This Week in History: March 19th to 25th

March 21st:

On this day in 1920, Manolis Chiotis, the famous singer, composer, and soloist bouzouki player, was born in Thessaloniki. At the age of 14, Chiotis and his family moved to Athens where his father opened a cafe. It was there that Chiotis began his stage career and one year later, he recorded his first song. The German Occupation eventually became a reality and many record companies in Greece shut down. It was after this time that he started to gain much popularity. He became known for blending the popular folk music (laika) and the more modern Greek and international sounds. It is said that Maria Callas and Aristotle Onassis took Princess Grace Kelly to one of Chiotis’ shows. Callas told Chiotis that she had been translating the lyrics for the American actress and that she loved them. It was then that Kelly asked Chiotis what the difference was between a bouzouki and an electric guitar. Chiotis said, “Ms. Callas, please explain to Princess Grace that the strings of an electric guitar are vibrated due to electricity, while the song of the strings of a bouzouki come straight from the heart.”

March 22nd:

On this day in 1896, Charilaos Vasilakos of Greece won the first modern marathon in three hours and eighteen minutes at the Panhellenic Games. The main purpose of these Games was to help the country assemble the team that would compete in the first Modern Olympic Games later in the same year. Vasilakos ended up being one of the seventeen athletes to start the Olympic race on April 10, 1896. He finished with the silver medal, behind Spiridon Louis, with a time of three hours and six minutes (as one of only nine finishers). Vasilakos, a man with a reputation for honesty and integrity, went on to become a customs director in the Greek Ministry of Finance. To this day, there are annual marathon races in Olympia that commemorate his memory.

March 23rd:

On this day in 1985, Peter Charanis, the Greek-American historian, passed away. Charanis was born in Lemnos, Greece in 1908. In 1920, he immigrated to the U.S., coming to New Brunswick, NJ – where he spent the majority of his adult life. Charanis eventually became a scholar of Byzantium and a professor emeritus of history at Rutgers University. He received his bachelor’s degree from Rutgers and his doctorate from the University of Wisconsin. After postgraduate work at the University of Brussels and the University of Salonika in Greece, he joined the Rutgers faculty in 1938. Between 1964 and 1966, Charanis served as chairman of the university’s history department and retired from teaching in 1976. In many ways, Charanis embodies the American dream: he arrived in the U.S. as a poor immigrant boy but when his life was ending, he was one of the most respected members of the American academic community.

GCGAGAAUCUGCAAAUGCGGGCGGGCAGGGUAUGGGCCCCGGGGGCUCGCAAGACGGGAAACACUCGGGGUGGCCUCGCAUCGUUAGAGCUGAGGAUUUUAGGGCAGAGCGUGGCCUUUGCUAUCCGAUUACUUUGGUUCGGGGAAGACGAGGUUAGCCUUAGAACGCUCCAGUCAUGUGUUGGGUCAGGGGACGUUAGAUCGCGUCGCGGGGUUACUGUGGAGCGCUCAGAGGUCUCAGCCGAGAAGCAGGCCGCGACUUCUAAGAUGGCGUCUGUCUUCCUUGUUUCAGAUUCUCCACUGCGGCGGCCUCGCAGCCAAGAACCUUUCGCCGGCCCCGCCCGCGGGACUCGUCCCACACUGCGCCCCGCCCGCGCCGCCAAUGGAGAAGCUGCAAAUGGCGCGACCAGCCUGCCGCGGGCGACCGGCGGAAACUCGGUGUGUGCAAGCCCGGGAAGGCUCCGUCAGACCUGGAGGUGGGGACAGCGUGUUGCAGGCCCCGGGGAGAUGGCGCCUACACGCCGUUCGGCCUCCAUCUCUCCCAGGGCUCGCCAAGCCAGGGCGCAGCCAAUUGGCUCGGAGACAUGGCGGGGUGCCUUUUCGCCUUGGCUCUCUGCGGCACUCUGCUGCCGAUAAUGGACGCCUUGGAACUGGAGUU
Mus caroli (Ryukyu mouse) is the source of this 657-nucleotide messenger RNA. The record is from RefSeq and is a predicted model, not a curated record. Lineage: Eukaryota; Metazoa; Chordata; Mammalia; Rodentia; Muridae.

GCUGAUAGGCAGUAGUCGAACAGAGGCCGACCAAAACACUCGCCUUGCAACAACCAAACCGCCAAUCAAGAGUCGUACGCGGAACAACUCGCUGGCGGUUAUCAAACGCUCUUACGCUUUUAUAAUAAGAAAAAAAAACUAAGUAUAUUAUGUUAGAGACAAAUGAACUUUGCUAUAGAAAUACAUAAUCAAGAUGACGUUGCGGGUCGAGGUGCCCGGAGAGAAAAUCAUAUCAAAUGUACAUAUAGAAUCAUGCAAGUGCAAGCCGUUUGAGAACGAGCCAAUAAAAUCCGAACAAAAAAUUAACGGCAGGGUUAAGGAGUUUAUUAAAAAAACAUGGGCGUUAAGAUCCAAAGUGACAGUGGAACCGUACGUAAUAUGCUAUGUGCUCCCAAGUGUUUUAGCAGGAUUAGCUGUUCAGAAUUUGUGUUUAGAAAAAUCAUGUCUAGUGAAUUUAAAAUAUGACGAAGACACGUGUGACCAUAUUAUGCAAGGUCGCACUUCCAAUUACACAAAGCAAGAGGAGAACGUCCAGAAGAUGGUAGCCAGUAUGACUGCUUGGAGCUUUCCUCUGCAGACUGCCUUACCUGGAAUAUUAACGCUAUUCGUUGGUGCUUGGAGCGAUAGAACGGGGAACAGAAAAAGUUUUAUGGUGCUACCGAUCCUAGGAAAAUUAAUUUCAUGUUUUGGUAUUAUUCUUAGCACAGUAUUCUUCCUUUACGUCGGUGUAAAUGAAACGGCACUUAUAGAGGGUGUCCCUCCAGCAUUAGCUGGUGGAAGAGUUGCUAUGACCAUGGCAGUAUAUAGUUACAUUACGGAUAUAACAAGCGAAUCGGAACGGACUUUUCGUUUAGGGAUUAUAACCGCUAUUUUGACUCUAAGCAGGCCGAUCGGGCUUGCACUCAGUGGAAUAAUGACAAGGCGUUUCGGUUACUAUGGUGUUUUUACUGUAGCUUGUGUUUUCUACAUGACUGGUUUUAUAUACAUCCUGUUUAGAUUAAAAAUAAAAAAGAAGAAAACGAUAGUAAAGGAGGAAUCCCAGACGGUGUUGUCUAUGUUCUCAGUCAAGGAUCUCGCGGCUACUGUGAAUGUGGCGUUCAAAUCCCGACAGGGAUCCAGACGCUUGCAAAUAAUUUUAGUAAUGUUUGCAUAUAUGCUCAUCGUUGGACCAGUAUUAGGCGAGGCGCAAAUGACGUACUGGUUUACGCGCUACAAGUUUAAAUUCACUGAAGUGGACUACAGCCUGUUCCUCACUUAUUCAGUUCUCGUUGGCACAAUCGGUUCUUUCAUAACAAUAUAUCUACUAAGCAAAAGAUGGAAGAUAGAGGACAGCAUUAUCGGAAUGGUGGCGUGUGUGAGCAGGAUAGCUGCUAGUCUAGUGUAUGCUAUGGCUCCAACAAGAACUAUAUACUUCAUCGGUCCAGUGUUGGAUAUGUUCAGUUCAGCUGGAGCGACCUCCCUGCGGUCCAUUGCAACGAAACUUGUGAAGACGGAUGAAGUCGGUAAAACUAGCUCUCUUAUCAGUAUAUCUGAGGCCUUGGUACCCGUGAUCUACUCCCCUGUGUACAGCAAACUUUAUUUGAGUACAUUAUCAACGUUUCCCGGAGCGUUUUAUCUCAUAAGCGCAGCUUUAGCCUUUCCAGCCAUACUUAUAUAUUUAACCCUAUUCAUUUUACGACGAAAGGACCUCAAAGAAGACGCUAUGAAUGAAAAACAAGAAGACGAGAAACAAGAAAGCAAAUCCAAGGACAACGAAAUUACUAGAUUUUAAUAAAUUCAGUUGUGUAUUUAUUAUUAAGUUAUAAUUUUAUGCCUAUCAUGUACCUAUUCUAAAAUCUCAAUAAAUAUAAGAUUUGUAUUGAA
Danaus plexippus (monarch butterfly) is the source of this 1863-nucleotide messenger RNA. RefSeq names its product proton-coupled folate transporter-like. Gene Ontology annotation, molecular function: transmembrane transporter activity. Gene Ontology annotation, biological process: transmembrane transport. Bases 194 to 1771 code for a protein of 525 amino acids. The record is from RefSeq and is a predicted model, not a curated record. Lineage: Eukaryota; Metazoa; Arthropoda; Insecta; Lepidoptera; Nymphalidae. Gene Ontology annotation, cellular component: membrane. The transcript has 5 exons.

March 25th:

On this day in 1921, Alexandra of Greece and Denmark, the last Queen of Yugoslavia, was born in Athens, Greece. She was the daughter of King Alexander of the Hellenes and Princess Aspasia of Greece and Denmark. Aspasia was pregnant when the King died suddenly after being bitten by his pet monkey, and five months after his death, Alexandra was born. Alexandra studied in London and then in Paris before settling in Venice with her mother. Her first marriage proposal came from King Zog of Albania who, according to palace sources, fell in love when seeing her photo. Alexandra’s mother thought her daughter was too young and was relieved when King George II of Greece refused permission for the match. Eventually, the future queen met King Peter II of Yugoslavia in London in 1942 and they were married two years later. Due to a difficult financial situation and war restrictions, the bride had to borrow a wedding dress from a relative. Their son, Crown Prince Alexander, was born in 1945 in the Claridge’s Hotel in London. To enable the child to be born on Yugoslav soil, i.e., to claim Yugoslav nationality, Winston Churchill (the British Prime Minister at the time) reportedly asked King George VI to issue a decree transforming her suite (Number 212) into Yugoslav territory for that day only – which he did. After a tumultuous life and an unhappy marriage, Queen Alexandra died of cancer on January 30, 1993 in England. She was buried at the Tatoi Palace Royal Cemetery near Athens and then reburied in 2013 in Serbia at the Royal Family Mausoleum at Oplenac.


The Thanksgiving Day we celebrated last week it is rightly considered the most genuinely American celebration on the calendar of our great country.

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